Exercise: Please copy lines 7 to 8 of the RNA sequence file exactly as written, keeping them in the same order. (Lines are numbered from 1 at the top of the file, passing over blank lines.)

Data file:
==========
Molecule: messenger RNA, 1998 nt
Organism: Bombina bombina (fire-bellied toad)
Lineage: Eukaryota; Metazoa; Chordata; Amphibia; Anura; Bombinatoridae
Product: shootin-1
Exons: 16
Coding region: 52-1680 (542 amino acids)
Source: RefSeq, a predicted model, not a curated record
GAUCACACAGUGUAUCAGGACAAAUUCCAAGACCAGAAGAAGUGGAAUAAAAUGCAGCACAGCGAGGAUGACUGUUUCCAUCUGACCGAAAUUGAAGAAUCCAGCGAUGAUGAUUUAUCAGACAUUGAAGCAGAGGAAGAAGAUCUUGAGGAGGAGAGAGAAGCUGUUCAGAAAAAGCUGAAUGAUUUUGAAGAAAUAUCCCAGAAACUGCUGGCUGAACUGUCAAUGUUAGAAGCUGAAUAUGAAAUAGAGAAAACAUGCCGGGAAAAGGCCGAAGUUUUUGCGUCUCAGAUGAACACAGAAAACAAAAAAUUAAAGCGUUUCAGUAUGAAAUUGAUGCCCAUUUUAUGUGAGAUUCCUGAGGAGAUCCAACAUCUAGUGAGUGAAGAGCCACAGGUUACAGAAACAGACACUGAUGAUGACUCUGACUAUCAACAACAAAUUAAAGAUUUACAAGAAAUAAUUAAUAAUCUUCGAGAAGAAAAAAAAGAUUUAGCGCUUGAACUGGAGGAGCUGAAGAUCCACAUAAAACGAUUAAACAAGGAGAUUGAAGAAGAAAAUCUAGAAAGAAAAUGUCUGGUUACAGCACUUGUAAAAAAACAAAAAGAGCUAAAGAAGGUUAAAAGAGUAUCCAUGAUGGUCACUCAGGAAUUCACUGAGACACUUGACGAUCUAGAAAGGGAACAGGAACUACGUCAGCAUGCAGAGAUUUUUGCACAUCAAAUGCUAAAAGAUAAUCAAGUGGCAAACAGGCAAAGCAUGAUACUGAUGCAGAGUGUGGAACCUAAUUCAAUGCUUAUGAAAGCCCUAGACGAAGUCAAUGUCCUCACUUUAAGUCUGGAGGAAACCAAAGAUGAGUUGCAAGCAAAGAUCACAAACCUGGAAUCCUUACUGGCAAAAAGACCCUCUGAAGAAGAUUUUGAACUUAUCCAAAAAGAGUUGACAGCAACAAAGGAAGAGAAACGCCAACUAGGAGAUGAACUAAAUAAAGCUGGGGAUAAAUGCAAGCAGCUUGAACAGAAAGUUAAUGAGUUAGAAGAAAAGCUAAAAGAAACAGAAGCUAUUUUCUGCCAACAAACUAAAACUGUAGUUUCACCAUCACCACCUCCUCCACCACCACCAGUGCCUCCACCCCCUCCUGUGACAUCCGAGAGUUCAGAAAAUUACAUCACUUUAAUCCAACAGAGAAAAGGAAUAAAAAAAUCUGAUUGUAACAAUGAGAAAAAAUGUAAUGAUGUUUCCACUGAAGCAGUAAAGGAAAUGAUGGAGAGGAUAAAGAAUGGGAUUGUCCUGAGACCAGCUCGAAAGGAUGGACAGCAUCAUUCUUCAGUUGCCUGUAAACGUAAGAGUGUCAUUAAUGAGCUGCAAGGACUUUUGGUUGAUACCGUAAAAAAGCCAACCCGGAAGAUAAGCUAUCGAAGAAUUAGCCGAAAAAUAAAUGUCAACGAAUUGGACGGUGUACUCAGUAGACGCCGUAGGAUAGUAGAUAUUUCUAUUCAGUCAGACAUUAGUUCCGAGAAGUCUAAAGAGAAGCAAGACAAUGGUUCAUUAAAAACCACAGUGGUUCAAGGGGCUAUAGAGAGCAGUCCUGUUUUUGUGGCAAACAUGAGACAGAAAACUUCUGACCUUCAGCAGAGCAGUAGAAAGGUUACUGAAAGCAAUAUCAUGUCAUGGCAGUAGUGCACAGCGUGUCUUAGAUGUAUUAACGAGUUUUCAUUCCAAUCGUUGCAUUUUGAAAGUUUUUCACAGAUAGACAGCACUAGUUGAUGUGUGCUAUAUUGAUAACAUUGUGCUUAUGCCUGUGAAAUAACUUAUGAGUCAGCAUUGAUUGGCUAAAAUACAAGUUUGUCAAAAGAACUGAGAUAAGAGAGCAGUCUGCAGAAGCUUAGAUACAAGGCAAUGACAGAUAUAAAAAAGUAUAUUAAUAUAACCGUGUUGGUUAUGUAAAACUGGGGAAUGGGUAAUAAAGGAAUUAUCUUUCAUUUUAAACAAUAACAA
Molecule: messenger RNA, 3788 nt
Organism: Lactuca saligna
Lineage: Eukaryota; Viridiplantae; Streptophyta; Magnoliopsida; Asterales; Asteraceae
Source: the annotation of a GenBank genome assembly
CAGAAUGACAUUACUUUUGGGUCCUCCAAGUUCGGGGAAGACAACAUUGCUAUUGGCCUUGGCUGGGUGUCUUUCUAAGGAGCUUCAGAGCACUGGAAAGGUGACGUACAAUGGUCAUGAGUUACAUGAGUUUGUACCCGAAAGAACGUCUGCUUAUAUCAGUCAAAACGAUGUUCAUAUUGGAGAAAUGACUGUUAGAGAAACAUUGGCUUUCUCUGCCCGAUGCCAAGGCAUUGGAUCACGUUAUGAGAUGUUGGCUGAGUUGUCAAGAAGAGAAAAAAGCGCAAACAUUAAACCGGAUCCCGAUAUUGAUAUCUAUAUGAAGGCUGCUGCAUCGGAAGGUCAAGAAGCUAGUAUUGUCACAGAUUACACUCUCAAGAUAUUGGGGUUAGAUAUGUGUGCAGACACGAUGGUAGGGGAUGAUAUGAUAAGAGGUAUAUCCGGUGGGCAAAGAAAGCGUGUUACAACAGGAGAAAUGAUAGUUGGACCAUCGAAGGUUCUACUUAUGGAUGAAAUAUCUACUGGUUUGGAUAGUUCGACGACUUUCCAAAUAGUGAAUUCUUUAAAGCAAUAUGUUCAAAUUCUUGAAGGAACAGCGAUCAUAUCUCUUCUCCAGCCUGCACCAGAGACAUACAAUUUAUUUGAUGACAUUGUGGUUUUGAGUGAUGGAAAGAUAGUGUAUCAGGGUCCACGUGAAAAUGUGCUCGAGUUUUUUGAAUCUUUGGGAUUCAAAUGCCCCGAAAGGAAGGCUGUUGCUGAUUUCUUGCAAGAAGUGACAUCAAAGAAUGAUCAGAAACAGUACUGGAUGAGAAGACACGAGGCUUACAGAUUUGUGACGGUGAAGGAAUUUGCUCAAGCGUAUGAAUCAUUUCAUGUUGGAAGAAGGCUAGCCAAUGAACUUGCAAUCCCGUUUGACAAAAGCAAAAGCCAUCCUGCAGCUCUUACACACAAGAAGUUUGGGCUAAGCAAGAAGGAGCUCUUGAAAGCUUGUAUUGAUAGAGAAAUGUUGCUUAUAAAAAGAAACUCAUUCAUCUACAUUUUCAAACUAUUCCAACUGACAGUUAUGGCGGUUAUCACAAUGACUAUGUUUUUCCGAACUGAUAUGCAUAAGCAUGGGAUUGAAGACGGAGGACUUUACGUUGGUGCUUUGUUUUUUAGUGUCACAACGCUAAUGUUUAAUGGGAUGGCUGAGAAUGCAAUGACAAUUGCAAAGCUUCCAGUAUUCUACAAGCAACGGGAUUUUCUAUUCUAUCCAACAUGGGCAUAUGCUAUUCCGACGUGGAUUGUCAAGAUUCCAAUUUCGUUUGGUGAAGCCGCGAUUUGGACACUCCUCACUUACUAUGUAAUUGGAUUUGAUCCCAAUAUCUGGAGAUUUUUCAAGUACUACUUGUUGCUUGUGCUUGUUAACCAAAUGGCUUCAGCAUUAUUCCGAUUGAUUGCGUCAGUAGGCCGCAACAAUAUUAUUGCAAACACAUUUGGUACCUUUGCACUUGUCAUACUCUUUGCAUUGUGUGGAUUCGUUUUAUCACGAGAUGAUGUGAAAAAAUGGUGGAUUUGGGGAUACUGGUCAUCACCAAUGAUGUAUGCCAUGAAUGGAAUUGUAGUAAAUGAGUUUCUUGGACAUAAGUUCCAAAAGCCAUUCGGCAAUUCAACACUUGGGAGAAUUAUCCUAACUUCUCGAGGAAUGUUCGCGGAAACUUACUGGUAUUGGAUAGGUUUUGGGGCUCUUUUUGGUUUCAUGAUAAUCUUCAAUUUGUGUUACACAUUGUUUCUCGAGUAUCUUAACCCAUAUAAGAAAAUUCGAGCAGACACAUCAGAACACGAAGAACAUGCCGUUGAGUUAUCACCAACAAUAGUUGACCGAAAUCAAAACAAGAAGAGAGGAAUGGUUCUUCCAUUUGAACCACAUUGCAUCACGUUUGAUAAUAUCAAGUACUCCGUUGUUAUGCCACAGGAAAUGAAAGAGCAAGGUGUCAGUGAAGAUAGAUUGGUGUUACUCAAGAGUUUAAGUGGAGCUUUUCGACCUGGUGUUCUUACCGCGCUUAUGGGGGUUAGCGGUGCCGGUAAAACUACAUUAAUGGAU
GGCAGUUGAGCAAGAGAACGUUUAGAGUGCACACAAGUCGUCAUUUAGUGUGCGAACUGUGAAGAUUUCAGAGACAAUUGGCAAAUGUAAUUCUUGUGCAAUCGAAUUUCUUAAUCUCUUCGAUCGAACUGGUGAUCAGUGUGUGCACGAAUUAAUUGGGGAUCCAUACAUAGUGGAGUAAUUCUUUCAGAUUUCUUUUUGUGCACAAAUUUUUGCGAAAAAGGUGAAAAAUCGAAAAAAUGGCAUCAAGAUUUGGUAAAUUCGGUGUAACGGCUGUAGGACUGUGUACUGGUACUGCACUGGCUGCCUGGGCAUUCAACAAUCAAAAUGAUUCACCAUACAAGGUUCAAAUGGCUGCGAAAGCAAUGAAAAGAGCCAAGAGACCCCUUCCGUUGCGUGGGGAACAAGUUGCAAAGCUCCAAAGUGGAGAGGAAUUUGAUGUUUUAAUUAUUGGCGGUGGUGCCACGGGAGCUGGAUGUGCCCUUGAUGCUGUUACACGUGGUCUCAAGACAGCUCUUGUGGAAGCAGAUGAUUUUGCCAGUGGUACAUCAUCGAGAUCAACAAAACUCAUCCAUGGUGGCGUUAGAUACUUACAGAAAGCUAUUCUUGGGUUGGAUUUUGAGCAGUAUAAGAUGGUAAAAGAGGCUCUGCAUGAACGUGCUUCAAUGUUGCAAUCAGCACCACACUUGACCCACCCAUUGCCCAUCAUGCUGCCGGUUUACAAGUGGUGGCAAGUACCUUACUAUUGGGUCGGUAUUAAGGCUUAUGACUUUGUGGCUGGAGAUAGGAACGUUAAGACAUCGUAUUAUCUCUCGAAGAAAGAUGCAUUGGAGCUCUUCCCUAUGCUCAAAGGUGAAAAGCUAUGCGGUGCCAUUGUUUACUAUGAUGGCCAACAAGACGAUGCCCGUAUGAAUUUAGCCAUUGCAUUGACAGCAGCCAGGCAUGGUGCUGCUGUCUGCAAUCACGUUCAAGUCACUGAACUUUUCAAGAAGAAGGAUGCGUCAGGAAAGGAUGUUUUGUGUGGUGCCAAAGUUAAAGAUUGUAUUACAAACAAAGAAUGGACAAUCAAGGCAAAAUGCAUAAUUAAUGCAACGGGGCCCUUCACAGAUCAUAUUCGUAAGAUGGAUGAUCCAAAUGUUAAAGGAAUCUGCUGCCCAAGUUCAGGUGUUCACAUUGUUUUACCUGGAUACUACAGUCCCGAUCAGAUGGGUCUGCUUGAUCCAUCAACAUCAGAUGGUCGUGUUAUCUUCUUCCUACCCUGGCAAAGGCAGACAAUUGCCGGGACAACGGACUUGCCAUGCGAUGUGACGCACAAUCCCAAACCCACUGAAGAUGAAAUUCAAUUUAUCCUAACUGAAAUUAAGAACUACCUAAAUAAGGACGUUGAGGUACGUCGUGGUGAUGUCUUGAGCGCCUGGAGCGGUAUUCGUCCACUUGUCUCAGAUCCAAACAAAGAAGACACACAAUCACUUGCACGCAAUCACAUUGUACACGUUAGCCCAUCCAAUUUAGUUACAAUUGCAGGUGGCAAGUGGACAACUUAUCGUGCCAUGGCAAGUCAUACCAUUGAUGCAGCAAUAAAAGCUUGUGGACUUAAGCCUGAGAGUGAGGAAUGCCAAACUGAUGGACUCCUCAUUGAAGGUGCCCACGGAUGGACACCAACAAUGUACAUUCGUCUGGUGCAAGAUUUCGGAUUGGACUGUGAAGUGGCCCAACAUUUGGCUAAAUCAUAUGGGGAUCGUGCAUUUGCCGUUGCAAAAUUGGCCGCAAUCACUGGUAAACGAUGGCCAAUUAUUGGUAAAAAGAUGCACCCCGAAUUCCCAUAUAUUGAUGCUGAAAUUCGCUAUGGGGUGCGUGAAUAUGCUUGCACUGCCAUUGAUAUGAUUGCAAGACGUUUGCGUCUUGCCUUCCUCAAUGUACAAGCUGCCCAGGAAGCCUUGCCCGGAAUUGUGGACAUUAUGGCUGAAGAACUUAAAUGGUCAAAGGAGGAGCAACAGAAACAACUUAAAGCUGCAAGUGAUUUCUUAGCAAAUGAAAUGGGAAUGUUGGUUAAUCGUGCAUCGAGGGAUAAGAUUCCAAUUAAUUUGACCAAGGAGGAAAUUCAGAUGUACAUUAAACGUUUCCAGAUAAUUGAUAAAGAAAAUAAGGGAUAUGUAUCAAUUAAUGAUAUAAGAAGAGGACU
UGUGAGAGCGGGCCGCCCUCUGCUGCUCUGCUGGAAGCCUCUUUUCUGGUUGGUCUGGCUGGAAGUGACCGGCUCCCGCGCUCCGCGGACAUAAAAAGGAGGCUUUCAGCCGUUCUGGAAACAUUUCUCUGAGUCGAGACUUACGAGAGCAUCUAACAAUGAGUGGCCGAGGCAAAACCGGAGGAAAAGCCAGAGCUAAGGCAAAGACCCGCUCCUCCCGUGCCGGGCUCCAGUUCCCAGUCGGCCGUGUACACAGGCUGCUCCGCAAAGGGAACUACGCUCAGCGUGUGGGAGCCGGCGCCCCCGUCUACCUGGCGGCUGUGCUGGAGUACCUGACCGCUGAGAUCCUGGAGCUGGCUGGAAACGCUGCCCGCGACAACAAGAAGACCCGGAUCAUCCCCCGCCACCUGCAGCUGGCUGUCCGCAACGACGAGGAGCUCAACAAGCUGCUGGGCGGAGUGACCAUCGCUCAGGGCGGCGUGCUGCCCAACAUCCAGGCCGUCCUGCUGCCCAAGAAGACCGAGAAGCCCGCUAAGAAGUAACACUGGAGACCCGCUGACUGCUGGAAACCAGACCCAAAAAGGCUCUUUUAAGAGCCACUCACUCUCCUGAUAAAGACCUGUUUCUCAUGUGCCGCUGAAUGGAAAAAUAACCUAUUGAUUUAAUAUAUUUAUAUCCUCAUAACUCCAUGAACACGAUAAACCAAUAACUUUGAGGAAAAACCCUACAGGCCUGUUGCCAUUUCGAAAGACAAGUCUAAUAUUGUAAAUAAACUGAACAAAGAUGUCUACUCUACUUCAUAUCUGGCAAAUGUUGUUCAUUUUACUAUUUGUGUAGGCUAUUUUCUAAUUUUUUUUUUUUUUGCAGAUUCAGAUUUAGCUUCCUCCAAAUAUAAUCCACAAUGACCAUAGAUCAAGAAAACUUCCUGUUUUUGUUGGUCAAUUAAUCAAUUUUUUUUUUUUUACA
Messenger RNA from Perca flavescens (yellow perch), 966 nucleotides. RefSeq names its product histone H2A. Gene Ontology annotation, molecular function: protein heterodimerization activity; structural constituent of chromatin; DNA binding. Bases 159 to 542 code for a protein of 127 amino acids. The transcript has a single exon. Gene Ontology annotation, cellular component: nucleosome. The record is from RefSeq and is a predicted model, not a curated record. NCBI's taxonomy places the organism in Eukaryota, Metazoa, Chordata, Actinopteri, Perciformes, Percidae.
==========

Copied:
Source: RefSeq, a predicted model, not a curated record
GAUCACACAGUGUAUCAGGACAAAUUCCAAGACCAGAAGAAGUGGAAUAAAAUGCAGCACAGCGAGGAUGACUGUUUCCAUCUGACCGAAAUUGAAGAAUCCAGCGAUGAUGAUUUAUCAGACAUUGAAGCAGAGGAAGAAGAUCUUGAGGAGGAGAGAGAAGCUGUUCAGAAAAAGCUGAAUGAUUUUGAAGAAAUAUCCCAGAAACUGCUGGCUGAACUGUCAAUGUUAGAAGCUGAAUAUGAAAUAGAGAAAACAUGCCGGGAAAAGGCCGAAGUUUUUGCGUCUCAGAUGAACACAGAAAACAAAAAAUUAAAGCGUUUCAGUAUGAAAUUGAUGCCCAUUUUAUGUGAGAUUCCUGAGGAGAUCCAACAUCUAGUGAGUGAAGAGCCACAGGUUACAGAAACAGACACUGAUGAUGACUCUGACUAUCAACAACAAAUUAAAGAUUUACAAGAAAUAAUUAAUAAUCUUCGAGAAGAAAAAAAAGAUUUAGCGCUUGAACUGGAGGAGCUGAAGAUCCACAUAAAACGAUUAAACAAGGAGAUUGAAGAAGAAAAUCUAGAAAGAAAAUGUCUGGUUACAGCACUUGUAAAAAAACAAAAAGAGCUAAAGAAGGUUAAAAGAGUAUCCAUGAUGGUCACUCAGGAAUUCACUGAGACACUUGACGAUCUAGAAAGGGAACAGGAACUACGUCAGCAUGCAGAGAUUUUUGCACAUCAAAUGCUAAAAGAUAAUCAAGUGGCAAACAGGCAAAGCAUGAUACUGAUGCAGAGUGUGGAACCUAAUUCAAUGCUUAUGAAAGCCCUAGACGAAGUCAAUGUCCUCACUUUAAGUCUGGAGGAAACCAAAGAUGAGUUGCAAGCAAAGAUCACAAACCUGGAAUCCUUACUGGCAAAAAGACCCUCUGAAGAAGAUUUUGAACUUAUCCAAAAAGAGUUGACAGCAACAAAGGAAGAGAAACGCCAACUAGGAGAUGAACUAAAUAAAGCUGGGGAUAAAUGCAAGCAGCUUGAACAGAAAGUUAAUGAGUUAGAAGAAAAGCUAAAAGAAACAGAAGCUAUUUUCUGCCAACAAACUAAAACUGUAGUUUCACCAUCACCACCUCCUCCACCACCACCAGUGCCUCCACCCCCUCCUGUGACAUCCGAGAGUUCAGAAAAUUACAUCACUUUAAUCCAACAGAGAAAAGGAAUAAAAAAAUCUGAUUGUAACAAUGAGAAAAAAUGUAAUGAUGUUUCCACUGAAGCAGUAAAGGAAAUGAUGGAGAGGAUAAAGAAUGGGAUUGUCCUGAGACCAGCUCGAAAGGAUGGACAGCAUCAUUCUUCAGUUGCCUGUAAACGUAAGAGUGUCAUUAAUGAGCUGCAAGGACUUUUGGUUGAUACCGUAAAAAAGCCAACCCGGAAGAUAAGCUAUCGAAGAAUUAGCCGAAAAAUAAAUGUCAACGAAUUGGACGGUGUACUCAGUAGACGCCGUAGGAUAGUAGAUAUUUCUAUUCAGUCAGACAUUAGUUCCGAGAAGUCUAAAGAGAAGCAAGACAAUGGUUCAUUAAAAACCACAGUGGUUCAAGGGGCUAUAGAGAGCAGUCCUGUUUUUGUGGCAAACAUGAGACAGAAAACUUCUGACCUUCAGCAGAGCAGUAGAAAGGUUACUGAAAGCAAUAUCAUGUCAUGGCAGUAGUGCACAGCGUGUCUUAGAUGUAUUAACGAGUUUUCAUUCCAAUCGUUGCAUUUUGAAAGUUUUUCACAGAUAGACAGCACUAGUUGAUGUGUGCUAUAUUGAUAACAUUGUGCUUAUGCCUGUGAAAUAACUUAUGAGUCAGCAUUGAUUGGCUAAAAUACAAGUUUGUCAAAAGAACUGAGAUAAGAGAGCAGUCUGCAGAAGCUUAGAUACAAGGCAAUGACAGAUAUAAAAAAGUAUAUUAAUAUAACCGUGUUGGUUAUGUAAAACUGGGGAAUGGGUAAUAAAGGAAUUAUCUUUCAUUUUAAACAAUAACAA